Three Poems

Wern Hao See

Photo Credit: Justin Hall/Flickr (CC-by-sa)

Photo Credit: Justin Hall/Flickr (CC-by-sa)


We scratch an inventory list of promises, made at the end
of another year, broken like the lesser reflections of ourselves

which we do not dare to cast eyes upon. The stone tablet stares blankly at us
staring at some better tomorrow, tunneling ahead into shadow.

Even before the first step, we have cast our lanterns beyond
our reach, blinded to the ink we have spilled over stone.

All there is left to do is to stumble with resolution, headfirst
against the regrets caving into our skulls.

“Never again, never again, never again” bleeding from our mouths,
the only words we know shaped by the tongues of our youth.



His office pass lies in the recesses
of the bedroom drawer

like a card from a former lover
which he can’t bear to see or shred.

The neighbours heard his last goodbye
wheeling across the corridor.

The newspapers barricade the gate,
each roll marking the days

since departure.
The sign on the door still reads

“May God bless those
who dwell within this house.”

Unemployment trickles up
from man to deity.

The potted plants sit by the window,
listening to the raindrops.

Their leaves are yellowed in the yearning
of what they cannot have any longer.


Postcard from Miami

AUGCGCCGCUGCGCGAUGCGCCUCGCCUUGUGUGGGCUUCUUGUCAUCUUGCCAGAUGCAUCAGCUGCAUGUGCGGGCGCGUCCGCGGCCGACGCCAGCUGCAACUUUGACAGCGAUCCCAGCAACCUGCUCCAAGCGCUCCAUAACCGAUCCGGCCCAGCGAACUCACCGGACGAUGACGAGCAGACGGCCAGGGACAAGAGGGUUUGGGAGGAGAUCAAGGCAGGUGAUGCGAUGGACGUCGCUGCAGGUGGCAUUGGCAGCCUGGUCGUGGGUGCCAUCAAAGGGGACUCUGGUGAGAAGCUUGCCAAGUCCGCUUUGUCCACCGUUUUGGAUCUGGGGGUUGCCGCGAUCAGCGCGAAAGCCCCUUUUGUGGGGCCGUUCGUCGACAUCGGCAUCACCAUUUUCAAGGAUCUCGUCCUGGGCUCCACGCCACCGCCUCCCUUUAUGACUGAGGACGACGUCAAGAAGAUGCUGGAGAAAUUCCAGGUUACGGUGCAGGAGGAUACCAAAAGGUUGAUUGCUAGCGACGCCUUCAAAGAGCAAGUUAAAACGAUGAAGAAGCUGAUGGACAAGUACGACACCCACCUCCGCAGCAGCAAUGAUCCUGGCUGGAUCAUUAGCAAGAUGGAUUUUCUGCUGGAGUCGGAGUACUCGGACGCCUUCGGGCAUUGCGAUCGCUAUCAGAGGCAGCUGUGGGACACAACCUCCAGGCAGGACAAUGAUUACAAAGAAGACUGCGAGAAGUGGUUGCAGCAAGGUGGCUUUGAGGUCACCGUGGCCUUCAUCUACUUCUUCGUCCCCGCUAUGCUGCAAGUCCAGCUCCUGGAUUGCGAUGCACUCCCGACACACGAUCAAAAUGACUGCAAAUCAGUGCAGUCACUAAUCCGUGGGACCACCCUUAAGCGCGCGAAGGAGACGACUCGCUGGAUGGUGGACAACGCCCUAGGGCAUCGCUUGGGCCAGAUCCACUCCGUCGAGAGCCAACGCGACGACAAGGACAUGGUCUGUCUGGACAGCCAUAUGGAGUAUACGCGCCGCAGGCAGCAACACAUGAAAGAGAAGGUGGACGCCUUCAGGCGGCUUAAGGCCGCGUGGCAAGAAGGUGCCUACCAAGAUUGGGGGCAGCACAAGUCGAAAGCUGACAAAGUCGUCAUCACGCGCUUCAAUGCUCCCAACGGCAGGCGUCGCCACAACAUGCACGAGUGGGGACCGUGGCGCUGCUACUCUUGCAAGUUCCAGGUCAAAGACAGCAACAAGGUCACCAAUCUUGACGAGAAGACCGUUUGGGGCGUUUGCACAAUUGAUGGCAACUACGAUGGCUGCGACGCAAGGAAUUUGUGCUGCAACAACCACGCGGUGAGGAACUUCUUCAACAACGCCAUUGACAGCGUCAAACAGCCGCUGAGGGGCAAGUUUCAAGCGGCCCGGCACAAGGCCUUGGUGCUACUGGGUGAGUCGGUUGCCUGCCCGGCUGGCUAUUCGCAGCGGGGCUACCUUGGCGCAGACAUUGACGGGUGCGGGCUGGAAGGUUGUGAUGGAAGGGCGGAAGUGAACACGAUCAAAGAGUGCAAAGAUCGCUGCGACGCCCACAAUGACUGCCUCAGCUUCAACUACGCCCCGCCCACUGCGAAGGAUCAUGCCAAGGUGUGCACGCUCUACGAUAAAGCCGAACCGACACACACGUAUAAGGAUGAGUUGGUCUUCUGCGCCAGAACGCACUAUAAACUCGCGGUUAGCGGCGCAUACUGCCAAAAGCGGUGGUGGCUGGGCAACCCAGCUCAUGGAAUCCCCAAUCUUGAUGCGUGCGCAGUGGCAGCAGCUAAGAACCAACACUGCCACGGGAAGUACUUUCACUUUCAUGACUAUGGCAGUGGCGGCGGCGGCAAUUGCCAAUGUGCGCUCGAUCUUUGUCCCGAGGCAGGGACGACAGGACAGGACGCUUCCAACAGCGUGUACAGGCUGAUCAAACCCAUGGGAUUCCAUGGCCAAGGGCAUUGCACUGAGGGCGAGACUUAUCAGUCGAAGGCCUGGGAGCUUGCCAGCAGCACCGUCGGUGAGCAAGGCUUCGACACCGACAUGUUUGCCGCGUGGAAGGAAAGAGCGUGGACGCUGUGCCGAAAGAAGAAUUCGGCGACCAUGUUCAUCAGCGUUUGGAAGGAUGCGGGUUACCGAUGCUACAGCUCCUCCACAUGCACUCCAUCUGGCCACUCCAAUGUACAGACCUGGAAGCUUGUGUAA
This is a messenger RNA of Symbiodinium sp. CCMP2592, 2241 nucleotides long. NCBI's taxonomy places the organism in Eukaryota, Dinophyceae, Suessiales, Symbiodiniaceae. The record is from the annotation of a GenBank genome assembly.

Brave is the man
with bohemian ropes wrung
down his scalp, jerking
rusty joints with the pull
of tidal puppet strings
and reggae in a foreign tongue
he can’t yet sing.

His dance is for an audience of one,
who has long since scampered off
to pant and lick at thighs
of unsuspecting strangers.


A man came up to tell me
it costs thirteen dollars
for a seat here.

Wondering at the gaping void
of his shades, unsure
where to look, I wanted
to tell him:

This is not paradise.
God does not charge so much
to lie on window shutter
plastic chairs barricaded by
umbrellas filtering
sunlight through shadow.

Instead, I murmured an apology
and moved from the cushion
to crackling earth.
Condemned and evicted,

I scurried away,
punching cupcake craters
into the glittering ground.
Behind me,

Black men cloaked in bleached overalls
rake at sand, flattening footprints
and castles bearing plastic flags
in a single heave.

pencilSee Wern Hao is pursuing Law and Liberal Arts at the National University of Singapore and Yale-NUS College. His works have been featured in anthologies such as A Luxury We Must Afford, Words: Lost and Found and This Is Not A Safety Barrier. Email: seewh[at]

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